I was looking for a book by Jean Ziegler on Amazon.it, and I came to this search page, in which there is a carpet in tenth place. Then I got curious to see what Amazon proposes for carpets, so I typed “carpet” as search keyword; then I narrowed the results to the “Home & Garden” category and ordered them by descending price. Now, at the top of the page is a “Isfahan carpet silk warp 403×275“, proposed at the fair amount of ninety thousand two hundred sixteen euros. I got to know that Isfahan is a city in central Iran, and it is famous for the quality of the carpets: 750,000 is the average number of knots per square meter (if you prefer, this equals to 75 per square centimeter), and the quality of workmanship and pigments are excellent. So far nothing strange, therefore, although it is a bit hard to think of a rug worthy nearly one hundred thousand Euros, although it is formed by almost ten million knots.
The only associated object (under the heading “Customers who viewed this item also viewed” at the bottom of the page) to Isfahan carpet is a seemingly ordinary chef’s hat, generically referred to as “Toque Chef Works – Color : White” presented at the hyperbolic price of EUR 53,522.30. Click here if you do not believe me.
Makes little sense to think of a typo. And above all, who’s the one looking for a hundred thousand euro carpet and – shortly before or shortly after – a fifty thousand euro cook hat?
The hat comes from Chef Works, a California-based company produces clothing for catering professionals, but not otherwise present on Amazon. It is sold by Rinkit Ltd, which proposes on Amazon tens of thousands of articles of various kinds. Unfortunately it is not given a chance to sort products by price high to low (to see if there are other very expensive items), but within the window of Rinkit Ltd it is possible to perform a search by “toque”, thus obtaining these results. It turns out that even the black hat costs € 53,522.30, while logically the paper one is much cheaper (just over 55 euro). The other possibility is given by this item, apparently another white hat at the same price. It perhaps explains the mystery: with the hat you buy the cook, in defiance of any law prohibiting the trafficking in human beings.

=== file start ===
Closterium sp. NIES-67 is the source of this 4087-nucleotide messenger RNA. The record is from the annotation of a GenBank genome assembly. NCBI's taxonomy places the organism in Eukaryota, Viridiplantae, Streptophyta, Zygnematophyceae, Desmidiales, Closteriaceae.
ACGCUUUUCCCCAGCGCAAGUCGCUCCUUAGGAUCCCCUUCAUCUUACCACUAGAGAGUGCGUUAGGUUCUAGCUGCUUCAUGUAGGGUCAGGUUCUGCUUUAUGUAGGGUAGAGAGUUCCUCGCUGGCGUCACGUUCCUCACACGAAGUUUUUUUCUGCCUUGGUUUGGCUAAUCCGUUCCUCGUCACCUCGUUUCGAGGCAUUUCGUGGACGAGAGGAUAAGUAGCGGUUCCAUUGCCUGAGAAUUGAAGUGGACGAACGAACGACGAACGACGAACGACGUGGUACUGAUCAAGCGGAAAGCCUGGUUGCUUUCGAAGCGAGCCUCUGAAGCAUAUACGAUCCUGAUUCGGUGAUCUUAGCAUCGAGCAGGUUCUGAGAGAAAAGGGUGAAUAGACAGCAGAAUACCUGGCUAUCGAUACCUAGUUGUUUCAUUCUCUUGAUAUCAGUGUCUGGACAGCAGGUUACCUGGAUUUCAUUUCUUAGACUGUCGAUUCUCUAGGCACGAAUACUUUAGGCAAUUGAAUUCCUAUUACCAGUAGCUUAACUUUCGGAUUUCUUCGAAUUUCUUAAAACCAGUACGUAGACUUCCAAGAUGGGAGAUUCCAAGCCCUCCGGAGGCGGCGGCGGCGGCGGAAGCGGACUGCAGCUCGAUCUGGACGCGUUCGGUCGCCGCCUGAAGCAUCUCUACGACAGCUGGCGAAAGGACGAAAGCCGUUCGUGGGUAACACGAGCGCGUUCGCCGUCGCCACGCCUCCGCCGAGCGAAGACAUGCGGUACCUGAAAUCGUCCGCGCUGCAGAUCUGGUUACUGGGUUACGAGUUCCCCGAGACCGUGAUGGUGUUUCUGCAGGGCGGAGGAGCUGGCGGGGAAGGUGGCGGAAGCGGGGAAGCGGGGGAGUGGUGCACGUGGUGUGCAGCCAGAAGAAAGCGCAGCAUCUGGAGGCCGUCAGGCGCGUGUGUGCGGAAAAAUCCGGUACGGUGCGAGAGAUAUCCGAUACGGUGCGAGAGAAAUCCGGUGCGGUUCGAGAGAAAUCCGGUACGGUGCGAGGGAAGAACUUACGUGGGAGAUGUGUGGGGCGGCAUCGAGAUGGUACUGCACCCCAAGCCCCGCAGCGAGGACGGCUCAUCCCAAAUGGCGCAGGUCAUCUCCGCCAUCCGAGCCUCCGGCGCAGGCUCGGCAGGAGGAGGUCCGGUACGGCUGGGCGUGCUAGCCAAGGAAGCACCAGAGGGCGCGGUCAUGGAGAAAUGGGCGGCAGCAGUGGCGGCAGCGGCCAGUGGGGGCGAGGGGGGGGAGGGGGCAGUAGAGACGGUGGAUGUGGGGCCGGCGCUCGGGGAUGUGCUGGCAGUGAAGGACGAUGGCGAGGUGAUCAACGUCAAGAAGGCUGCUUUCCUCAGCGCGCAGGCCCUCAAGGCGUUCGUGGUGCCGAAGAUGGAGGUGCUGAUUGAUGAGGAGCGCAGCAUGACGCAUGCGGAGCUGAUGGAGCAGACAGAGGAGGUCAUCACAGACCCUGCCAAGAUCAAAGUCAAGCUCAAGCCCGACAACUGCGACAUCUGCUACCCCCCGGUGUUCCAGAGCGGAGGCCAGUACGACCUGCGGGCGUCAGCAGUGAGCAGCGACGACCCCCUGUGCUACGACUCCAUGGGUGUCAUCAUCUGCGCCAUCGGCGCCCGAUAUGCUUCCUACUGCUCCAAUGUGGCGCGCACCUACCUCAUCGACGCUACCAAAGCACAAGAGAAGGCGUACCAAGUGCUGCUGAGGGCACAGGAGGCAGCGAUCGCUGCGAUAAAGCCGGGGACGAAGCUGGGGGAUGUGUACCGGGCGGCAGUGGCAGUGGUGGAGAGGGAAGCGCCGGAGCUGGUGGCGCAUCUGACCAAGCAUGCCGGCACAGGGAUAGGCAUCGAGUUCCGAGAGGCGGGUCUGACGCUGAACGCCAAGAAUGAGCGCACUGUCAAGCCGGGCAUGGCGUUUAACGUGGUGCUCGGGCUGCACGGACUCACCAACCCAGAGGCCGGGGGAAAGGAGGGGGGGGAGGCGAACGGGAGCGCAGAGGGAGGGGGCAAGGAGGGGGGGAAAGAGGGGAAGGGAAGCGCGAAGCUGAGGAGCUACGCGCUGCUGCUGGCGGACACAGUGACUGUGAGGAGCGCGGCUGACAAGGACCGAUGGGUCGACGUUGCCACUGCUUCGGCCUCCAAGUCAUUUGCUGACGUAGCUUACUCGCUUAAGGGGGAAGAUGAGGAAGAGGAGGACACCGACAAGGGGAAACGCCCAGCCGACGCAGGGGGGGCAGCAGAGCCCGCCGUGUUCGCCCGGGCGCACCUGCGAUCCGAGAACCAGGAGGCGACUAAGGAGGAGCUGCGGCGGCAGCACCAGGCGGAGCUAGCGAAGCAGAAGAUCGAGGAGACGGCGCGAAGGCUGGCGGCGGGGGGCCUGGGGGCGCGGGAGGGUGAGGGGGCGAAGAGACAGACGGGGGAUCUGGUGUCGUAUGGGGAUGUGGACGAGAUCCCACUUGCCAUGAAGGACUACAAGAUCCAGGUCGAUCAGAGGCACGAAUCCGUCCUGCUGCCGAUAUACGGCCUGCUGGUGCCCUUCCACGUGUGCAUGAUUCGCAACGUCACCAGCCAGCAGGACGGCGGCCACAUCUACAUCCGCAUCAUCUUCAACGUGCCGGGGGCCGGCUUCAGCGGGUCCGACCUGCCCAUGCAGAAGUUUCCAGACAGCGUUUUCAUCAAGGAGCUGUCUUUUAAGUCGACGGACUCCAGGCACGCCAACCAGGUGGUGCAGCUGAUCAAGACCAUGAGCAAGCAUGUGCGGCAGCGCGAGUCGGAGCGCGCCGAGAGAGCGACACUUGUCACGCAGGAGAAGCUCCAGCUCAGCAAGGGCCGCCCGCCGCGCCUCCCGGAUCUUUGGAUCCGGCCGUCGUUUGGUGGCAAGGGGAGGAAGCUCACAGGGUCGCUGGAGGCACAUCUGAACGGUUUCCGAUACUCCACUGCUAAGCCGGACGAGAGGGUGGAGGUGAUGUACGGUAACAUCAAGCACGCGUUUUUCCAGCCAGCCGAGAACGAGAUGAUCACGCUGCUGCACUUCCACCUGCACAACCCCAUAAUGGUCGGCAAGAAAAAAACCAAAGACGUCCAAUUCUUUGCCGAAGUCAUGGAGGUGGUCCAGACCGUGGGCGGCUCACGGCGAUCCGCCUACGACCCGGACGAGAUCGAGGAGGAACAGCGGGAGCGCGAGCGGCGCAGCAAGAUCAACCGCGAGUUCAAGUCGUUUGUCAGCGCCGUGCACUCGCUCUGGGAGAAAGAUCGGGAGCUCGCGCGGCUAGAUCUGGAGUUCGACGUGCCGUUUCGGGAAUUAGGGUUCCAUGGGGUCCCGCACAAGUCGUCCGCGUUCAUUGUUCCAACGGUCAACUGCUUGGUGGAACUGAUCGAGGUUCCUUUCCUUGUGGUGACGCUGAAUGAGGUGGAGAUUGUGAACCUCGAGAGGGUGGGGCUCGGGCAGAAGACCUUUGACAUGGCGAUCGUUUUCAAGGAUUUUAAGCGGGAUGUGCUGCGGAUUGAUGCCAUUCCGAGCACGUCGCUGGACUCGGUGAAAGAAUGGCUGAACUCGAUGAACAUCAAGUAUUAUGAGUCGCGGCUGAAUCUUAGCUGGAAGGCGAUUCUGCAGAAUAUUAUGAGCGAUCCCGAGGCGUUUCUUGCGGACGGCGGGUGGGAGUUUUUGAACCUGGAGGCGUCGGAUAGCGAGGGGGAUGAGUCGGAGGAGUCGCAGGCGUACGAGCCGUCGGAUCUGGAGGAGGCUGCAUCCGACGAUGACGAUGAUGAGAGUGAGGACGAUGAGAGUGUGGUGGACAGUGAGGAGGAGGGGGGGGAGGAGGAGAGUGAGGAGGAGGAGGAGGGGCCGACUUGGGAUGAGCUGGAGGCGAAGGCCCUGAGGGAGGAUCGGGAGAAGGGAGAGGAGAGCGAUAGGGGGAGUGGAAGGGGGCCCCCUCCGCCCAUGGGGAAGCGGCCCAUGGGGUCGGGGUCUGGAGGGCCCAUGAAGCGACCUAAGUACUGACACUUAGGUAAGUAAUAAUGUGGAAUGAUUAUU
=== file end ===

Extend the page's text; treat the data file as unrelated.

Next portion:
From here on, we enter the assumptions domain. It is not so difficult, though, to think that once bought together, cook hat and carpet may be subject to reasonable discount; on the other hand, a certain panic imagine comes on our mind by thinking how much it might cost to clean the carpet where the chef with hat – black or white – may have clumsily knocked over a soup with saffron, caviar, truffles, mushrooms and Matsutake gold flakes.